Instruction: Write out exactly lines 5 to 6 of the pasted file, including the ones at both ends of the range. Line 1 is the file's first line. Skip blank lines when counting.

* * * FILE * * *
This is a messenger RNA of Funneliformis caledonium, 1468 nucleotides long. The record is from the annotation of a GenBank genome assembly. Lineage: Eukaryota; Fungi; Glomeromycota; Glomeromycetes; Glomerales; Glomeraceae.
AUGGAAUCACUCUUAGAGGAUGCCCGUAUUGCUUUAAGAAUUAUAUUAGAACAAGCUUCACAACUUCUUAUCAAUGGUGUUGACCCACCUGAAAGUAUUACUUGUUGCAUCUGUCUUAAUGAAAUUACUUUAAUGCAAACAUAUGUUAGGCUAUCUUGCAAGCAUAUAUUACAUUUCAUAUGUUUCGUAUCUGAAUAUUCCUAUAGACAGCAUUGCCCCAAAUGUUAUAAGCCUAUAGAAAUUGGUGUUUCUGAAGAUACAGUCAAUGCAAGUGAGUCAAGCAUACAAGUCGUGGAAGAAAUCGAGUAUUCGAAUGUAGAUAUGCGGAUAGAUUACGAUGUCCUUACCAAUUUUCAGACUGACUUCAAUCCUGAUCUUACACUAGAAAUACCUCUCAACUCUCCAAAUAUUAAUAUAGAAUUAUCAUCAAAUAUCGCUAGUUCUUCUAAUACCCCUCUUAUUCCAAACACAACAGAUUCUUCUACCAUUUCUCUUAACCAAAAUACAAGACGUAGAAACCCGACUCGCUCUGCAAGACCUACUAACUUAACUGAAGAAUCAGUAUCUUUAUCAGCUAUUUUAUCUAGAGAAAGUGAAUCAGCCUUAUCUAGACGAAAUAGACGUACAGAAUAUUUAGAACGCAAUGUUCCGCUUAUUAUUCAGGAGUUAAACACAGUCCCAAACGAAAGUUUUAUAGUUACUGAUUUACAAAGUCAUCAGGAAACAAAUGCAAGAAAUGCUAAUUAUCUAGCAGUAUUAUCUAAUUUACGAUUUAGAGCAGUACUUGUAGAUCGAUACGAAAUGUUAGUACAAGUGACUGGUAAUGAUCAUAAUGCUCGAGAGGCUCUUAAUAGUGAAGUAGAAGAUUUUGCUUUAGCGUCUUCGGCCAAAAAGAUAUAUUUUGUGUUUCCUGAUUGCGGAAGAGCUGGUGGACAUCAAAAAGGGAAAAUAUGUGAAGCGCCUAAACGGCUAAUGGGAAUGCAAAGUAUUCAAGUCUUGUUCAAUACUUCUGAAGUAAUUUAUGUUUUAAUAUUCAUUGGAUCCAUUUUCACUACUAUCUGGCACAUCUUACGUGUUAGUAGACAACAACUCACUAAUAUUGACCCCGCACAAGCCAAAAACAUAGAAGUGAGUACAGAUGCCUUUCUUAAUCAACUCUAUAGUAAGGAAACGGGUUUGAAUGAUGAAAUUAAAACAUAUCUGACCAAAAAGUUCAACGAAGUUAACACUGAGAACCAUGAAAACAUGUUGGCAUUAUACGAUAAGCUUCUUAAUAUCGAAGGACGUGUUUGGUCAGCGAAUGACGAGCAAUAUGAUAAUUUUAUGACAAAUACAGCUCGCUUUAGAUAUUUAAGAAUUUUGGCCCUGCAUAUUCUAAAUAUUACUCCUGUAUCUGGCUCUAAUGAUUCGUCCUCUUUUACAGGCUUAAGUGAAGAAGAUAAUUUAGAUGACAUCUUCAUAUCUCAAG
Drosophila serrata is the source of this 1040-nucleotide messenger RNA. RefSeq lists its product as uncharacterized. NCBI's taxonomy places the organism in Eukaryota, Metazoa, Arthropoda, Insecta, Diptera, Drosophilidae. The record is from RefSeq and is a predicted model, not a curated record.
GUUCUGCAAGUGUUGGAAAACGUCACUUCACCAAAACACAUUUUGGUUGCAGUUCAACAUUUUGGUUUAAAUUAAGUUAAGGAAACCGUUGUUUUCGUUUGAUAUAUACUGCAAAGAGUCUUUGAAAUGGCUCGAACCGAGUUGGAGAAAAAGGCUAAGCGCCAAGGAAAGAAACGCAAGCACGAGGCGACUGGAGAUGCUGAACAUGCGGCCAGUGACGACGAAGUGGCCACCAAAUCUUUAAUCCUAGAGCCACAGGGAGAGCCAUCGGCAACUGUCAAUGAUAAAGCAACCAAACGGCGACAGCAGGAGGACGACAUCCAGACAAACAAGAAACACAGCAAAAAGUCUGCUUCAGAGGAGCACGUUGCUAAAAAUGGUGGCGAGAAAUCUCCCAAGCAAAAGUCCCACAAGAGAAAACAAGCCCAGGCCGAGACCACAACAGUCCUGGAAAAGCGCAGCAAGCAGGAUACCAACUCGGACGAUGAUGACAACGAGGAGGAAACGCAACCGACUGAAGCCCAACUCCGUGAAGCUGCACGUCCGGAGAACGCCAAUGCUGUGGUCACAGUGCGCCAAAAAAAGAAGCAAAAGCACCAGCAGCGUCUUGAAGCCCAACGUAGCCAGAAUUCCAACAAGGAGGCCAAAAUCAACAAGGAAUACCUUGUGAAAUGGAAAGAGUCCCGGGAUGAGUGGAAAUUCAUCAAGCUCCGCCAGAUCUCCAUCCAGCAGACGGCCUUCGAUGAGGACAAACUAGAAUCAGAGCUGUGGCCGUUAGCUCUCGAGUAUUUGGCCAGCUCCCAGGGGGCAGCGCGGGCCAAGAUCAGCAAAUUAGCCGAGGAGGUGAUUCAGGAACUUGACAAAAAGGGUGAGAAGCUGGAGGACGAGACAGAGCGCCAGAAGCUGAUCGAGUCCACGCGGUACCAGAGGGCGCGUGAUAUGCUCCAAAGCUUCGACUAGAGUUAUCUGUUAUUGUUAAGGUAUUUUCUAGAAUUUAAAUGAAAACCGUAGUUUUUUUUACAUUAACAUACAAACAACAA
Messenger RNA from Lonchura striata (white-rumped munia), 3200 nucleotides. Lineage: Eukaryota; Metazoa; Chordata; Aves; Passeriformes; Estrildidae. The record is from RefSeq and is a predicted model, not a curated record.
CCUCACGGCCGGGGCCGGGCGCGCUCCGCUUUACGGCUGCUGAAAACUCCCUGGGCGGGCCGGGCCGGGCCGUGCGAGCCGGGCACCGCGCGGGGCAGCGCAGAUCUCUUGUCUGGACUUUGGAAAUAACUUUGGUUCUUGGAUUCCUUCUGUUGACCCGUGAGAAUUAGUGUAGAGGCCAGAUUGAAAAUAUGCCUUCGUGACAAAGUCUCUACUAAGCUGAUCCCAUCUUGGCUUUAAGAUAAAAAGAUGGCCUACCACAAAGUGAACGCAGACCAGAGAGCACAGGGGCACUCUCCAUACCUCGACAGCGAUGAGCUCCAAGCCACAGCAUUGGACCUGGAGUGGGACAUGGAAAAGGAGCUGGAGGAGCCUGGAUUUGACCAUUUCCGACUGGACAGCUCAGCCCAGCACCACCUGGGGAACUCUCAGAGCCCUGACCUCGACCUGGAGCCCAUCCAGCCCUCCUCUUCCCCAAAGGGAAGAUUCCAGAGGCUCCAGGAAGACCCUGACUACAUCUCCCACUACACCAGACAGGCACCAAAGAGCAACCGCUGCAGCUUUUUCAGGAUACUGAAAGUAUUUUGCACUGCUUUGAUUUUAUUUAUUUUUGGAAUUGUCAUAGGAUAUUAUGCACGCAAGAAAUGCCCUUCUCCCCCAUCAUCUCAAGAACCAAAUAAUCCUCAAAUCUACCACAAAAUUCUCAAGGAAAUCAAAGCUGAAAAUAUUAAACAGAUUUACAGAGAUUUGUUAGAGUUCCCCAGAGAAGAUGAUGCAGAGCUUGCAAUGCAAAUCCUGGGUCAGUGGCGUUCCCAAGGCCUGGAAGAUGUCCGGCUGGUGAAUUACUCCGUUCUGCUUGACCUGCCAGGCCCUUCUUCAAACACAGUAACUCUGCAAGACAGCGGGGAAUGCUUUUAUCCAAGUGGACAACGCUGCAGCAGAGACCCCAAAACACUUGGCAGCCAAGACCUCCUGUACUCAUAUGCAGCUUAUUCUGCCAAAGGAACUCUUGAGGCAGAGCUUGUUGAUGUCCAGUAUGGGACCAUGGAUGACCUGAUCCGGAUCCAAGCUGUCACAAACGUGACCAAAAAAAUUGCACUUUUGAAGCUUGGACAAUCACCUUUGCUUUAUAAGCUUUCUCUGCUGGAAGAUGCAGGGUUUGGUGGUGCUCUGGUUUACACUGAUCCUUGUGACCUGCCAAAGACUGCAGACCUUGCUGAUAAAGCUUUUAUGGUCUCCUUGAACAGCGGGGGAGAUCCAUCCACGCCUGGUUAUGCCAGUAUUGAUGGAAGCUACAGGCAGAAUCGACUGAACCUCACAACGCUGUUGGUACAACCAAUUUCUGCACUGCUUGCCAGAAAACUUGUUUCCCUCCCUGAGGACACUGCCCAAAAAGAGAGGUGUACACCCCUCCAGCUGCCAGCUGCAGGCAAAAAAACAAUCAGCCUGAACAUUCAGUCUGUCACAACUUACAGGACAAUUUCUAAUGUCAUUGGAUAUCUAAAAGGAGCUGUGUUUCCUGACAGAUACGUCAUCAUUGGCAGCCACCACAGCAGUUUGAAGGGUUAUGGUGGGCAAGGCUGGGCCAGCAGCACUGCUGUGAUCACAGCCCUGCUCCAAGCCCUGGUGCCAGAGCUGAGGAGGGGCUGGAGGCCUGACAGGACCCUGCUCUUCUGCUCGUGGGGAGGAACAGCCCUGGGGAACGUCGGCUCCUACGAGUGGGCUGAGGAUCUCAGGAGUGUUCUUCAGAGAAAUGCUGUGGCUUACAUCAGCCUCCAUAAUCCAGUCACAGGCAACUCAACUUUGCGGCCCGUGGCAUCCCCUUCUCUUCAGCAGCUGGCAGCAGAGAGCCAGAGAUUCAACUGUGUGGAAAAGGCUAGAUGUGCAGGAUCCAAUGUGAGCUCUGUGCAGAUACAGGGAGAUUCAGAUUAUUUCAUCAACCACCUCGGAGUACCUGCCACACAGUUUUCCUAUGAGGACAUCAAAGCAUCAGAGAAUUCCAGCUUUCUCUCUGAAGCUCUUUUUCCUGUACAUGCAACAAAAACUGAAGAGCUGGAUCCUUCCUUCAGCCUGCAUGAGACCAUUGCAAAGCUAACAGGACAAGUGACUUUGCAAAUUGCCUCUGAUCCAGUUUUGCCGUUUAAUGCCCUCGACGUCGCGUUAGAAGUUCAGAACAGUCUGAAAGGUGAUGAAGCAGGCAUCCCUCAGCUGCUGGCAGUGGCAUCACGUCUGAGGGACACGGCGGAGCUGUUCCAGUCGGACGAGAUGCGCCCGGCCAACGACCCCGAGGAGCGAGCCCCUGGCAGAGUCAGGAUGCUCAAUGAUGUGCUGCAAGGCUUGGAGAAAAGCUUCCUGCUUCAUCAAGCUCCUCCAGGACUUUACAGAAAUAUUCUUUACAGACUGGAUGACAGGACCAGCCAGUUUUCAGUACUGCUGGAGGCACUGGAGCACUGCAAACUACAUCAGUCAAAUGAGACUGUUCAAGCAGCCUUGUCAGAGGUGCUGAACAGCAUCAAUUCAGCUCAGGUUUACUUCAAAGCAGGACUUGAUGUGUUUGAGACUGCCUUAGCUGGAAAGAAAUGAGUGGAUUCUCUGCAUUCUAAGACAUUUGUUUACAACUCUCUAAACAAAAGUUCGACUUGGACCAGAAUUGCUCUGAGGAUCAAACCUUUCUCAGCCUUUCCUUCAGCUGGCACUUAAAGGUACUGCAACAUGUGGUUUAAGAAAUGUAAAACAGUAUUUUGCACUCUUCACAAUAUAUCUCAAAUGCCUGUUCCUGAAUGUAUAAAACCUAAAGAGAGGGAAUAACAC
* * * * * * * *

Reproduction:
Messenger RNA from Lonchura striata (white-rumped munia), 3200 nucleotides. Lineage: Eukaryota; Metazoa; Chordata; Aves; Passeriformes; Estrildidae. The record is from RefSeq and is a predicted model, not a curated record.
CCUCACGGCCGGGGCCGGGCGCGCUCCGCUUUACGGCUGCUGAAAACUCCCUGGGCGGGCCGGGCCGGGCCGUGCGAGCCGGGCACCGCGCGGGGCAGCGCAGAUCUCUUGUCUGGACUUUGGAAAUAACUUUGGUUCUUGGAUUCCUUCUGUUGACCCGUGAGAAUUAGUGUAGAGGCCAGAUUGAAAAUAUGCCUUCGUGACAAAGUCUCUACUAAGCUGAUCCCAUCUUGGCUUUAAGAUAAAAAGAUGGCCUACCACAAAGUGAACGCAGACCAGAGAGCACAGGGGCACUCUCCAUACCUCGACAGCGAUGAGCUCCAAGCCACAGCAUUGGACCUGGAGUGGGACAUGGAAAAGGAGCUGGAGGAGCCUGGAUUUGACCAUUUCCGACUGGACAGCUCAGCCCAGCACCACCUGGGGAACUCUCAGAGCCCUGACCUCGACCUGGAGCCCAUCCAGCCCUCCUCUUCCCCAAAGGGAAGAUUCCAGAGGCUCCAGGAAGACCCUGACUACAUCUCCCACUACACCAGACAGGCACCAAAGAGCAACCGCUGCAGCUUUUUCAGGAUACUGAAAGUAUUUUGCACUGCUUUGAUUUUAUUUAUUUUUGGAAUUGUCAUAGGAUAUUAUGCACGCAAGAAAUGCCCUUCUCCCCCAUCAUCUCAAGAACCAAAUAAUCCUCAAAUCUACCACAAAAUUCUCAAGGAAAUCAAAGCUGAAAAUAUUAAACAGAUUUACAGAGAUUUGUUAGAGUUCCCCAGAGAAGAUGAUGCAGAGCUUGCAAUGCAAAUCCUGGGUCAGUGGCGUUCCCAAGGCCUGGAAGAUGUCCGGCUGGUGAAUUACUCCGUUCUGCUUGACCUGCCAGGCCCUUCUUCAAACACAGUAACUCUGCAAGACAGCGGGGAAUGCUUUUAUCCAAGUGGACAACGCUGCAGCAGAGACCCCAAAACACUUGGCAGCCAAGACCUCCUGUACUCAUAUGCAGCUUAUUCUGCCAAAGGAACUCUUGAGGCAGAGCUUGUUGAUGUCCAGUAUGGGACCAUGGAUGACCUGAUCCGGAUCCAAGCUGUCACAAACGUGACCAAAAAAAUUGCACUUUUGAAGCUUGGACAAUCACCUUUGCUUUAUAAGCUUUCUCUGCUGGAAGAUGCAGGGUUUGGUGGUGCUCUGGUUUACACUGAUCCUUGUGACCUGCCAAAGACUGCAGACCUUGCUGAUAAAGCUUUUAUGGUCUCCUUGAACAGCGGGGGAGAUCCAUCCACGCCUGGUUAUGCCAGUAUUGAUGGAAGCUACAGGCAGAAUCGACUGAACCUCACAACGCUGUUGGUACAACCAAUUUCUGCACUGCUUGCCAGAAAACUUGUUUCCCUCCCUGAGGACACUGCCCAAAAAGAGAGGUGUACACCCCUCCAGCUGCCAGCUGCAGGCAAAAAAACAAUCAGCCUGAACAUUCAGUCUGUCACAACUUACAGGACAAUUUCUAAUGUCAUUGGAUAUCUAAAAGGAGCUGUGUUUCCUGACAGAUACGUCAUCAUUGGCAGCCACCACAGCAGUUUGAAGGGUUAUGGUGGGCAAGGCUGGGCCAGCAGCACUGCUGUGAUCACAGCCCUGCUCCAAGCCCUGGUGCCAGAGCUGAGGAGGGGCUGGAGGCCUGACAGGACCCUGCUCUUCUGCUCGUGGGGAGGAACAGCCCUGGGGAACGUCGGCUCCUACGAGUGGGCUGAGGAUCUCAGGAGUGUUCUUCAGAGAAAUGCUGUGGCUUACAUCAGCCUCCAUAAUCCAGUCACAGGCAACUCAACUUUGCGGCCCGUGGCAUCCCCUUCUCUUCAGCAGCUGGCAGCAGAGAGCCAGAGAUUCAACUGUGUGGAAAAGGCUAGAUGUGCAGGAUCCAAUGUGAGCUCUGUGCAGAUACAGGGAGAUUCAGAUUAUUUCAUCAACCACCUCGGAGUACCUGCCACACAGUUUUCCUAUGAGGACAUCAAAGCAUCAGAGAAUUCCAGCUUUCUCUCUGAAGCUCUUUUUCCUGUACAUGCAACAAAAACUGAAGAGCUGGAUCCUUCCUUCAGCCUGCAUGAGACCAUUGCAAAGCUAACAGGACAAGUGACUUUGCAAAUUGCCUCUGAUCCAGUUUUGCCGUUUAAUGCCCUCGACGUCGCGUUAGAAGUUCAGAACAGUCUGAAAGGUGAUGAAGCAGGCAUCCCUCAGCUGCUGGCAGUGGCAUCACGUCUGAGGGACACGGCGGAGCUGUUCCAGUCGGACGAGAUGCGCCCGGCCAACGACCCCGAGGAGCGAGCCCCUGGCAGAGUCAGGAUGCUCAAUGAUGUGCUGCAAGGCUUGGAGAAAAGCUUCCUGCUUCAUCAAGCUCCUCCAGGACUUUACAGAAAUAUUCUUUACAGACUGGAUGACAGGACCAGCCAGUUUUCAGUACUGCUGGAGGCACUGGAGCACUGCAAACUACAUCAGUCAAAUGAGACUGUUCAAGCAGCCUUGUCAGAGGUGCUGAACAGCAUCAAUUCAGCUCAGGUUUACUUCAAAGCAGGACUUGAUGUGUUUGAGACUGCCUUAGCUGGAAAGAAAUGAGUGGAUUCUCUGCAUUCUAAGACAUUUGUUUACAACUCUCUAAACAAAAGUUCGACUUGGACCAGAAUUGCUCUGAGGAUCAAACCUUUCUCAGCCUUUCCUUCAGCUGGCACUUAAAGGUACUGCAACAUGUGGUUUAAGAAAUGUAAAACAGUAUUUUGCACUCUUCACAAUAUAUCUCAAAUGCCUGUUCCUGAAUGUAUAAAACCUAAAGAGAGGGAAUAACAC